We flew Cambodia Air, an 8 plane carrier, from Siem Reap Cambodia to Danang Vietnam. A couple of overhead bins were secured shut with duct tape. The bathroom door literally fell off when I paid a visit. No worries. A flight attendant monitored to ensure privacy. I chose to believe the airlines spends their money on mechanical maintenance rather than interior features. We didn’t crash so I guess I was right.
We pre-arranged a private car for the 50 minute drive from Danang to Hoi An. Along the way we saw one massive resort construction site after another. We were told it was Chinese money. Someone else said Russian money. Anyone’s guess. Just glad these behemoths don’t bleed over into the charm of Hoi An.
Hoi An is a bit like San Miguel de Allende Mexico or Santa Fe New Mexico. The original old town stayed intact during the war. The city took advantage and developed a thriving tourist industry. Lots of shops, galleries and restaurants. And yes, there are tourists here too. But plenty of locals as well. The town is known for its custom clothing industry. There are hundreds of tailor shops to chose from. I had three cotton skirts with matching silk blouses custom made. The turn-around was less than 24-hours. Nice quality at a very reasonable price.
The weather in Hoi An was cool and rainy. For my 61st Birthday Conde signed us up for a 2½ cooking class.. We ate everything we cooked and then some. We had a blast at Vy’s Market and Cooking School
While in Hoi An we stayed at Camilla Homestay The Homestay is literally a family home with four large ensuite guest rooms. A full breakfast is included in the $26 per night room cost. The family, Ms. Nahn, Mr. Chinh and their niece Ms. Hoa, are kind generous hosts. The home, a beautiful old four story with marble floors and a sweeping staircase. The location is ideal. Far enough from the hubbub to be quiet at night and a nice 20 minute walk to old town and the river center. Unexpectedly, the family invited all the guests to a homemade Vietnamese Bar-B-Que on Saturday night. There was no charge on our bill for this delightful surprise. The guest roster included a couple from Great Britain, a German woman, a Finnish couple and Conde and me. I loved the warm hospitality of the home and slept like a baby while under their roof.
Another notable activity in Hoi An is a visit to the Precious Heritage Museum. The museum houses a collection of photographs documenting ethnic cultures in Vietnam. Photographer Rehahn focuses on the faces of women. Directly across the street from the museum is a nice gallery worth a visit.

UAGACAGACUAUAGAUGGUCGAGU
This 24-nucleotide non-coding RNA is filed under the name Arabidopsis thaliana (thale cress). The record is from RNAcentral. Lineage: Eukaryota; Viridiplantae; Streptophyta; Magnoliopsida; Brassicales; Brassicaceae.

After 3 nights in Hoi An we traveled north to Hue. A 3½ hour drive by private car. I’ve really taken a liking to this chauffeur driven mode of transportation.
Hue is a little less than half-way between Hoi An and Phong Nha-Ke Bang National Park. At the last minute, we cancelled a forth night in Hoi An to break up what would have been a 7½ drive.
As a disclaimer, we spent less than 24-hours in Hue. With that said, other than its huge historical significance, Hue has been my least favorite destination in Vietnam, thus far.
The air quality is poor, the wide boulevards almost impossible to cross, sidewalks are either torn-up with construction or filled with parked motorbikes. The Perfume River is brown and littered with debris. Definitely not a pleasant place to walk around and explore the sights. Fortunately we booked a stellar hotel that offered respite and a chance to recharge. La Residence Hue is elegant and we nabbed a last minute deal. If you go to Hue, save some shoe sole and use cabs or bicycle driven Tuk Tuks.
The Hue Citadel: Imperial City was established in 1802 by Emperor Gia Long and declared a World Heritage Site in 1993. The complex is huge and surrounded by two moats. At one time it clearly was magnificent. Now, a bit shabby and in need of lots of TLC, it is still worth a visit. The exhibits are well curated and taught me a lot about the history of Vietnam.
Here’s my cliff notes version. Vietnam’s long reign of Emperor rule ended in 1945 when Emperor Bas Dai abdicated the throne and Ho Chi Minh declared Vietnam’s independence from France. Thus began the first Indochina War. In 1946 France began its fight to regain control of the country. In 1954 the French finally suffered a huge defeat. That same year a Geneva Convention Treaty was signed sanctioning Vietnam’s partition into North and South. US money was committed to prop up the leadership of South Vietnam. When that wasn’t enough, in 1960 the US military arrived in Vietnam. A bloody 15-year war ensued known either as as The Vietnam War or The American War, depending on your perspective. In 1975 the US conceded defeat. North and South Vietnam reunified under a communist government. The economy suffered. In response, Vietnam declared Reformation in 1986 and adapted a more market driven economy. Vietnam’s constitution was amended in 1992 in recognition of the impact of the private sector on the economy. In 1994 the US embargo on Vietnam was lifted and in 1995 diplomatic relations with the US were reinstated. Today, the economy of Vietnam thrives and memories of the war seem a distant past.
The Hue War Museum was shuttered-up. The only remaining exhibits on display were on the grounds and unattended.
For dinner, our hotel recommended a local family run restaurant called Le Hanh on Tri Phuong right off Ben Nghe across from the market. Not much ambiance but definitely worth the visit. Order the spring rolls and you can assemble them yourselves.
What grows on a Curmudgeon On The Couch…